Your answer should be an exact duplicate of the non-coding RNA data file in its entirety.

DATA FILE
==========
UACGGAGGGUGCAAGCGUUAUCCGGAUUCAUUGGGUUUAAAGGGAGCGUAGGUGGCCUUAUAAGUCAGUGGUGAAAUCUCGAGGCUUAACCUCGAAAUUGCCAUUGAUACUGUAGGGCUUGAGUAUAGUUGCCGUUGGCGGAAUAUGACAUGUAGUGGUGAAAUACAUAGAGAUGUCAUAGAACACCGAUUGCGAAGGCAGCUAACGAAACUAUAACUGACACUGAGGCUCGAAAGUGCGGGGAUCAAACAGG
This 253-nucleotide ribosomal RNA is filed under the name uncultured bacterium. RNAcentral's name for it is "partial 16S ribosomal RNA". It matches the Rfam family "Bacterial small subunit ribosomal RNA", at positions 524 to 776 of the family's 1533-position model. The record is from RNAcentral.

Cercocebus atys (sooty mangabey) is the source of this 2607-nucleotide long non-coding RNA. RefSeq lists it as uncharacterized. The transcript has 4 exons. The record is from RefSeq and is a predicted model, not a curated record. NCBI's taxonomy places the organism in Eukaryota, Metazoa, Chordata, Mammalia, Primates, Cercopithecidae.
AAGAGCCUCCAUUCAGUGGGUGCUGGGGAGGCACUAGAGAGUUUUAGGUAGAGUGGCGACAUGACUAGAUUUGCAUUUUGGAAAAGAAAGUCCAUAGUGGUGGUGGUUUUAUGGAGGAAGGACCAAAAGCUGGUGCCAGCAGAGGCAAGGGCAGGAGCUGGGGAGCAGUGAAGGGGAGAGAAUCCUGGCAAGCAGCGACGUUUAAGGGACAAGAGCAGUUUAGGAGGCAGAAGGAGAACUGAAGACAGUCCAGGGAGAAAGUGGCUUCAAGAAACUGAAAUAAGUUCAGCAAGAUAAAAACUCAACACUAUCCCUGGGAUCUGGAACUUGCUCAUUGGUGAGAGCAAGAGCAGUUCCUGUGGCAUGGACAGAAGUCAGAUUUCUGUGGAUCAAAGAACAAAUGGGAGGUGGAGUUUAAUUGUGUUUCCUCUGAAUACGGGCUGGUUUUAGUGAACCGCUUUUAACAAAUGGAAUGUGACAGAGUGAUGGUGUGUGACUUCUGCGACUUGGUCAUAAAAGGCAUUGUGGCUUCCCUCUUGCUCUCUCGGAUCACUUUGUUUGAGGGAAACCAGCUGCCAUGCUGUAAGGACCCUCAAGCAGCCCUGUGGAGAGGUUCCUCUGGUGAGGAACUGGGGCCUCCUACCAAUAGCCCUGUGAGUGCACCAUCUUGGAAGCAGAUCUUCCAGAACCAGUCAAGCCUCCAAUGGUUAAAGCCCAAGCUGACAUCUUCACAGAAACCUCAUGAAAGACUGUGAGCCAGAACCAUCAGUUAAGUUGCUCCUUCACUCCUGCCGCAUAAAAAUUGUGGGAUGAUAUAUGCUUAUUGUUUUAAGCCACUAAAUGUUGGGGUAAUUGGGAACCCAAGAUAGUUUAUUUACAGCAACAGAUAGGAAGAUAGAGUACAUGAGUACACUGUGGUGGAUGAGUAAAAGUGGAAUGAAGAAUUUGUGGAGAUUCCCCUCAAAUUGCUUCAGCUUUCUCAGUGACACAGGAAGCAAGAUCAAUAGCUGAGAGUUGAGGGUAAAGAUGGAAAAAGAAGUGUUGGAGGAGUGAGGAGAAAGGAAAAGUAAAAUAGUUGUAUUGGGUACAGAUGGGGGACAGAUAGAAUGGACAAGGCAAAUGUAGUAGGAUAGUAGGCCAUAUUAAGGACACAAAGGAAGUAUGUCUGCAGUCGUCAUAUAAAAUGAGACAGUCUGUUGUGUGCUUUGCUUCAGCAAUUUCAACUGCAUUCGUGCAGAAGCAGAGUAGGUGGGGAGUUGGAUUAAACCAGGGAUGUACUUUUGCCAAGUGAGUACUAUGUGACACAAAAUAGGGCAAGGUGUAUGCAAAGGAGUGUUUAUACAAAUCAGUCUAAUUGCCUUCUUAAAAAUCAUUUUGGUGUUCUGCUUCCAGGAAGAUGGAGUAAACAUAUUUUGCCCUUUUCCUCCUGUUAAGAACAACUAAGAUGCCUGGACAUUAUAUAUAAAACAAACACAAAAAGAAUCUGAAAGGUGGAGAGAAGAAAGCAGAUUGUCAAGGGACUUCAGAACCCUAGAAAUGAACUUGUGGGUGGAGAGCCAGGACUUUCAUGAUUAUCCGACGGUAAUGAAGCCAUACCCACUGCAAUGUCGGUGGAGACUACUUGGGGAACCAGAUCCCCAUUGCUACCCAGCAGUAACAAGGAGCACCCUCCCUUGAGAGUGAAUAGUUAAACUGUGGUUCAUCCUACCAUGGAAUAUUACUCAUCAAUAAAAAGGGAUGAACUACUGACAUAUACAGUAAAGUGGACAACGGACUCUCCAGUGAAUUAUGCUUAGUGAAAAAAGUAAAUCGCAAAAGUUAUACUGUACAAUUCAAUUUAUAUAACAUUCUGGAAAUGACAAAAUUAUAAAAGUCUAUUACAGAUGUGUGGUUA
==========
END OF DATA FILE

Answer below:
UACGGAGGGUGCAAGCGUUAUCCGGAUUCAUUGGGUUUAAAGGGAGCGUAGGUGGCCUUAUAAGUCAGUGGUGAAAUCUCGAGGCUUAACCUCGAAAUUGCCAUUGAUACUGUAGGGCUUGAGUAUAGUUGCCGUUGGCGGAAUAUGACAUGUAGUGGUGAAAUACAUAGAGAUGUCAUAGAACACCGAUUGCGAAGGCAGCUAACGAAACUAUAACUGACACUGAGGCUCGAAAGUGCGGGGAUCAAACAGG
This 253-nucleotide ribosomal RNA is filed under the name uncultured bacterium. RNAcentral's name for it is "partial 16S ribosomal RNA". It matches the Rfam family "Bacterial small subunit ribosomal RNA", at positions 524 to 776 of the family's 1533-position model. The record is from RNAcentral.

Cercocebus atys (sooty mangabey) is the source of this 2607-nucleotide long non-coding RNA. RefSeq lists it as uncharacterized. The transcript has 4 exons. The record is from RefSeq and is a predicted model, not a curated record. NCBI's taxonomy places the organism in Eukaryota, Metazoa, Chordata, Mammalia, Primates, Cercopithecidae.
AAGAGCCUCCAUUCAGUGGGUGCUGGGGAGGCACUAGAGAGUUUUAGGUAGAGUGGCGACAUGACUAGAUUUGCAUUUUGGAAAAGAAAGUCCAUAGUGGUGGUGGUUUUAUGGAGGAAGGACCAAAAGCUGGUGCCAGCAGAGGCAAGGGCAGGAGCUGGGGAGCAGUGAAGGGGAGAGAAUCCUGGCAAGCAGCGACGUUUAAGGGACAAGAGCAGUUUAGGAGGCAGAAGGAGAACUGAAGACAGUCCAGGGAGAAAGUGGCUUCAAGAAACUGAAAUAAGUUCAGCAAGAUAAAAACUCAACACUAUCCCUGGGAUCUGGAACUUGCUCAUUGGUGAGAGCAAGAGCAGUUCCUGUGGCAUGGACAGAAGUCAGAUUUCUGUGGAUCAAAGAACAAAUGGGAGGUGGAGUUUAAUUGUGUUUCCUCUGAAUACGGGCUGGUUUUAGUGAACCGCUUUUAACAAAUGGAAUGUGACAGAGUGAUGGUGUGUGACUUCUGCGACUUGGUCAUAAAAGGCAUUGUGGCUUCCCUCUUGCUCUCUCGGAUCACUUUGUUUGAGGGAAACCAGCUGCCAUGCUGUAAGGACCCUCAAGCAGCCCUGUGGAGAGGUUCCUCUGGUGAGGAACUGGGGCCUCCUACCAAUAGCCCUGUGAGUGCACCAUCUUGGAAGCAGAUCUUCCAGAACCAGUCAAGCCUCCAAUGGUUAAAGCCCAAGCUGACAUCUUCACAGAAACCUCAUGAAAGACUGUGAGCCAGAACCAUCAGUUAAGUUGCUCCUUCACUCCUGCCGCAUAAAAAUUGUGGGAUGAUAUAUGCUUAUUGUUUUAAGCCACUAAAUGUUGGGGUAAUUGGGAACCCAAGAUAGUUUAUUUACAGCAACAGAUAGGAAGAUAGAGUACAUGAGUACACUGUGGUGGAUGAGUAAAAGUGGAAUGAAGAAUUUGUGGAGAUUCCCCUCAAAUUGCUUCAGCUUUCUCAGUGACACAGGAAGCAAGAUCAAUAGCUGAGAGUUGAGGGUAAAGAUGGAAAAAGAAGUGUUGGAGGAGUGAGGAGAAAGGAAAAGUAAAAUAGUUGUAUUGGGUACAGAUGGGGGACAGAUAGAAUGGACAAGGCAAAUGUAGUAGGAUAGUAGGCCAUAUUAAGGACACAAAGGAAGUAUGUCUGCAGUCGUCAUAUAAAAUGAGACAGUCUGUUGUGUGCUUUGCUUCAGCAAUUUCAACUGCAUUCGUGCAGAAGCAGAGUAGGUGGGGAGUUGGAUUAAACCAGGGAUGUACUUUUGCCAAGUGAGUACUAUGUGACACAAAAUAGGGCAAGGUGUAUGCAAAGGAGUGUUUAUACAAAUCAGUCUAAUUGCCUUCUUAAAAAUCAUUUUGGUGUUCUGCUUCCAGGAAGAUGGAGUAAACAUAUUUUGCCCUUUUCCUCCUGUUAAGAACAACUAAGAUGCCUGGACAUUAUAUAUAAAACAAACACAAAAAGAAUCUGAAAGGUGGAGAGAAGAAAGCAGAUUGUCAAGGGACUUCAGAACCCUAGAAAUGAACUUGUGGGUGGAGAGCCAGGACUUUCAUGAUUAUCCGACGGUAAUGAAGCCAUACCCACUGCAAUGUCGGUGGAGACUACUUGGGGAACCAGAUCCCCAUUGCUACCCAGCAGUAACAAGGAGCACCCUCCCUUGAGAGUGAAUAGUUAAACUGUGGUUCAUCCUACCAUGGAAUAUUACUCAUCAAUAAAAAGGGAUGAACUACUGACAUAUACAGUAAAGUGGACAACGGACUCUCCAGUGAAUUAUGCUUAGUGAAAAAAGUAAAUCGCAAAAGUUAUACUGUACAAUUCAAUUUAUAUAACAUUCUGGAAAUGACAAAAUUAUAAAAGUCUAUUACAGAUGUGUGGUUA